- Open Access
Expression of 5α- and 5β-reductase in spinal cord and muscle of birds with different courtship repertoires
Frontiers in Zoology volume 13, Article number: 25 (2016)
Through the actions of one or more isoforms of the enzyme 5α-reductase in many male reproductive tissues, circulating testosterone (T) undergoes metabolic conversion into 5α-dihydrotestosterone (DHT), which binds to and activates androgen receptors (AR) with greater potency than T. In birds, T is also subject to local inactivation into 5β-DHT by the enzyme 5β-reductase. Male golden-collared manakins perform an androgen-dependent and physically elaborate courtship display, and these birds express androgen receptors in skeletal muscles and spinal cord at levels far greater than those expressed in species with more limited courtship routines, including male zebra finches. To determine if local T metabolism facilitates or impedes activation of male manakin courtship, we examined expression of two isoforms of 5α-reductase, as well as 5β-reductase, in forelimb muscles and spinal cords of males and females of the two aforementioned species.
We found that all enzymes were expressed in all tissues, with patterns that partially predict a functional role for 5α-reductase in these birds, especially in both muscle and spinal cord of male manakins. Moreover, we found that 5β-reductase was markedly different between species, with far lower levels in golden-collared manakins, compared to zebra finches. Thus, modification to neuromuscular deactivation of T may also play a functional role in adaptive behavioral modulation.
Given that such a role for 5α-reductase in androgen-sensitive mammalian skeletal muscle is in dispute, our data suggest that, in birds, local metabolism may play a key role in providing active androgenic substrates to peripheral neuromuscular systems. Similarly, we provide the first evidence that 5β-reductase is expressed broadly through an organism and may be an important factor that regulates androgenic modulation of neuromuscular functioning.
Sex steroid hormones activate diverse vertebrate reproductive behaviors by their actions on central and peripheral tissues. In reproductively active males, gonadal testosterone (T) increases aggressive behavior, as well as appetitive (courtship) and consummatory (copulatory) behavior. To achieve these effects, T acts on neural circuits and/or skeletal muscles that motivate behavioral performance and enhance motor output [1–3]. The actions of T often require its metabolic conversion into one or more active products. In brain, for example, T is converted into estradiol by the enzyme aromatase; in turn, this estrogen acts via estrogen receptors on discrete neural circuits to facilitate the performance of copulatory and aggressive behaviors, as well as a variety of other neural functions .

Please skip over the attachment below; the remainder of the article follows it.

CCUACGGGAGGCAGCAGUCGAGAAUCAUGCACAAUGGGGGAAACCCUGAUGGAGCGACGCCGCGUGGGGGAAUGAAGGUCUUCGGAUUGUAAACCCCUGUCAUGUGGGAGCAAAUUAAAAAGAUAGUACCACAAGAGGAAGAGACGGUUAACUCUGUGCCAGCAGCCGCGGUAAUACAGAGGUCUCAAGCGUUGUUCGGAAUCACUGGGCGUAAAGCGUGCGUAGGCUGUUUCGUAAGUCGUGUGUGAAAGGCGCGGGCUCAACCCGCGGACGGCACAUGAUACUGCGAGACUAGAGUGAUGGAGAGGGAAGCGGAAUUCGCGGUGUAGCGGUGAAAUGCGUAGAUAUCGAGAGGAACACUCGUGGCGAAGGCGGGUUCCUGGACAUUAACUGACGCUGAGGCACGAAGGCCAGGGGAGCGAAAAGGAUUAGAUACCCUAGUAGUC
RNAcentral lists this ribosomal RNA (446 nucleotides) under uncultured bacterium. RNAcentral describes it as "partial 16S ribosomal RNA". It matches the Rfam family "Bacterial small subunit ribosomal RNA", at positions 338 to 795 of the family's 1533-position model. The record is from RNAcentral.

In many male reproductive tissues, T undergoes conversion into the potent androgen 5α-dihydrotestosterone (5α-DHT) by one of two main isoforms (types 1 and 2) of the enzyme 5α-reductase [4–6]. This 5α-DHT binds strongly to androgen receptors (AR) and thereby impacts tissues involved with reproductive function and the masculine phenotype. When T acts via AR to mediate the performance of male copulatory behavior, for example, there is good evidence that local 5α-reductase within central neural circuits plays a crucial role [7–11]. Although AR activation in brain has been shown to underlie the performance of some male appetitive behaviors, such as aspects of courtship [12–16], much less is known about the role of 5α-reductase in androgen-dependent peripheral neuromuscular systems [17, 18]. In skeletal muscle in particular, AR is often expressed and functional [19–28], but there remains some uncertainty, especially in humans, as to whether 5α-reductase is expressed sufficiently to influence the actions of circulating T [29–32].
In other tissues of some species, especially birds, T can undergo conversion into an inactive androgen, 5β-dihydrotestosterone (5β-DHT), by the enzyme 5β-reductase . Although studies of this enzyme are limited compared to those investigating 5α-reductase, research over the past decades suggests that 5β-reduction of androgens can locally regulate steroid hormone action. For example, 5β-reductase acts in the avian hypothalamus to regulate the production of androgen-dependent sexual behavior . This enzyme is present in a variety of brain regions in developing birds, where it is thought to help guide sexual differentiation and masculinization of sexually dimorphic neural systems by locally regulating the availability of T or its bioactive metabolites [34–37]. Together, this work leads to the hypothesis that 5β-reductase outside of the brain may similarly adjust androgenic metabolism to guide how and where androgens act on extra-neuronal target tissues that influence sexual interactions between conspecifics.